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Gov. Little touts road funding, including for I-90 expansion, during North Idaho visit

UPDATED: Fri., June 25, 2021

Idaho Gov. Brad Little talks with Bonner Country Road and Bridge Director Steve Klatt on Thursday.  (Kathy Plonka/The Spokesman-Review)
Idaho Gov. Brad Little talks with Bonner Country Road and Bridge Director Steve Klatt on Thursday. (Kathy Plonka/The Spokesman-Review)

SAGLE, IDAHO – When Idaho Gov. Brad Little travels across his state, he said Thursday, one issue is “omnipresent.”

“The issue is just growth,” Little said. “Ninety percent of the conversation is, ‘What do we do about growth?’ ”

The Republican governor was speaking at one of the countless sites where that question has come up: at the intersection of U.S. Highway 95 and Lakeshore Drive, near the south end of the Long Bridge, which crosses Lake Pend Oreille, connecting Sagle to Sandpoint.

The Idaho Transportation Department has an answer about what to do there, at least in the near term.

In August, crews will begin work to create a new right turn lane from Lakeshore to southbound U.S. 95, as well as installing an acceleration lane for cars making a left onto the Long Bridge.

Next summer, they will continue to try to solve the dangerous intersection, by adding a U-turn at an as-yet-undetermined location between Lakeshore Drive and Bottle Bay Road to offer a safer option for those heading north. ITD also plans to install a new traffic signal at Sagle Road to break up the flow of traffic on U.S. 95.

That work will cost an estimated $8 million combined.

While those changes are expected to improve safety along the increasingly busy stretch of road where some 16,000 vehicles pass each day and 13 crashes occurred between 2015 and 2019, they won’t add up to a long-term solution.

“This is a temporary Band-Aid until we get a permanent fix,” said Damon Allen, district engineer for ITD.

It’s not clear when such a fix will come, but the state has allocated $3 million to help the transportation department start formulating one.

The money will be used to pay for an environmental study of the prospect of widening and improving U.S. 95 from Lakeshore Drive south to Sagle, where plans for improvements to the highway currently end.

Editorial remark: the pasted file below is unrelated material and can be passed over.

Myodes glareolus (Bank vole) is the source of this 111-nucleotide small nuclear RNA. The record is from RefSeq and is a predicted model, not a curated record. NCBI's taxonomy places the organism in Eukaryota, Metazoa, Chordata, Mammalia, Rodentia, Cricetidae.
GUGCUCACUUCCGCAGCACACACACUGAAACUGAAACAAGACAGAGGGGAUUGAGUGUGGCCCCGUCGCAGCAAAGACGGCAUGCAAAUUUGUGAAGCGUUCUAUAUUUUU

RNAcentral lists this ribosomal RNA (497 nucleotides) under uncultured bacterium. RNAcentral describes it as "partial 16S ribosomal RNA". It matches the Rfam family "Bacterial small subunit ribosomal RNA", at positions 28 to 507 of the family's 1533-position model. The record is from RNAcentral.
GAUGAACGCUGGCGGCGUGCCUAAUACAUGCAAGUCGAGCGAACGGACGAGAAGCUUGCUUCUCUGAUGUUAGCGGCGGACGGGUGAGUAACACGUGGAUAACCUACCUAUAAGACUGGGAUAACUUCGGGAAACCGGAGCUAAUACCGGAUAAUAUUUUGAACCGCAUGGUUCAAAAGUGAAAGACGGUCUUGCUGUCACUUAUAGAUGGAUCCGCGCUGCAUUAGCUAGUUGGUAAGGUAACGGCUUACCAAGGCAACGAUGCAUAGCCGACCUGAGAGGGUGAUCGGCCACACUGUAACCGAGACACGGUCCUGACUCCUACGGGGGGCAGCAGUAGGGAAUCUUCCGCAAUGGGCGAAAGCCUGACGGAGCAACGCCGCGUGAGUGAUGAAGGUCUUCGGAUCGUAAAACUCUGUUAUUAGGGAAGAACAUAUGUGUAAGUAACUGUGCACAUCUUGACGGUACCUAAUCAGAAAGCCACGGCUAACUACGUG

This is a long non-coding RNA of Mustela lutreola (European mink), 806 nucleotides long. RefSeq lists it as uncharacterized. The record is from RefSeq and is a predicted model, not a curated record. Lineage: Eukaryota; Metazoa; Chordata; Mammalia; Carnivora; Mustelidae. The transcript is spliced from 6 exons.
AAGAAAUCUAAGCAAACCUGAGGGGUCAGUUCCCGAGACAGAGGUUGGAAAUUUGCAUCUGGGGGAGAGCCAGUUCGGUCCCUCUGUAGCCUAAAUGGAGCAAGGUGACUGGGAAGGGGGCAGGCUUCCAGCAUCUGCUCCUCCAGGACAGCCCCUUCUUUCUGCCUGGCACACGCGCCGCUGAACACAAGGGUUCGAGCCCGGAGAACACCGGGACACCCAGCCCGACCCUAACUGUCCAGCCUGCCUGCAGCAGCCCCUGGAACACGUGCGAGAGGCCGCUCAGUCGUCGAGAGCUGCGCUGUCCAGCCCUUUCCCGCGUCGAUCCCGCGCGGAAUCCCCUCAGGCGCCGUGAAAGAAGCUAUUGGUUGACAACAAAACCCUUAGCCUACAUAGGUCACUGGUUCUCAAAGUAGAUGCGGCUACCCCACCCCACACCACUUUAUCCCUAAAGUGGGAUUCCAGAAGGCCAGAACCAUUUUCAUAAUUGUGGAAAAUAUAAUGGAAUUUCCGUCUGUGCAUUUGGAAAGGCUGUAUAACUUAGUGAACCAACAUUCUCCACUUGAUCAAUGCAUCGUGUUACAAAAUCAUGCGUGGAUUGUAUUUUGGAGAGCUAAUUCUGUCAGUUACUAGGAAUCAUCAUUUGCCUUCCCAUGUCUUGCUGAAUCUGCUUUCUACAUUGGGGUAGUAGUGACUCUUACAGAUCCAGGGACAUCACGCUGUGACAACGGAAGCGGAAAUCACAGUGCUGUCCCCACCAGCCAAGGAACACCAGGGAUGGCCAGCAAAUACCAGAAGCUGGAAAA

That study is one of a large number of transportation projects Little and the Idaho Legislature funded during their last session.

Through a combination of federal COVID-relief funds and surplus money from the state’s general fund, the Gem State allocated some $184 million on road projects, including $3 million for an environmental study that’s a prerequisite for building the long-awaited Huetter Bypass.

The Idaho Transportation Board was expected to vote on funding for a slate of other ambitious projects paid for with a new fund seeded with new sales tax money and invested in bonds.

While sales taxes in the state didn’t increase, the share that goes to transportation projects did go up, from 1% to 4.5%.

Republican state Sen. Jim Woodward, of Sagle, said that will lead to a pot of some $80 million of money that will grow to around $1.5 billion in “less than a decade.”

The project of most significance to North Idaho is $5 million for an environmental review of a plan to expand Interstate 90 from Sherman Avenue in Coeur d’Alene to the Washington state line.

If all goes according to plan, work to construct a wider I-90 could begin in 18 months, said Marvin Fenn, ITD engineering manager.

Despite the bulk of the funds heading to other parts of Idaho, state Rep. Sage Dixon, R-Ponderay, said he believes the region is getting a “fair shake for our population.”

Little touted the state’s efforts to catch up with increased demands on its highway infrastructure.

“We put in the biggest transportation-funding increase in the history of the state,” he said.

But he acknowledged that “record growth” makes it difficult to keep pace with all the newcomers and their cars.

“We need to make this place ugly,” Little joked, looking out at the Long Bridge crossing over the lake and before the mountains.

With that strategy unlikely to work, the governor said it’s important for state government to stay on top of its infrastructure needs.

“My goal is that our children and grandchildren will choose to stay here,” he said, “and unplanned and willy-nilly growth is not conducive to that.”

Editor’s note: This story was corrected to remove references to transit projects, as the funding is directed at road projects. 

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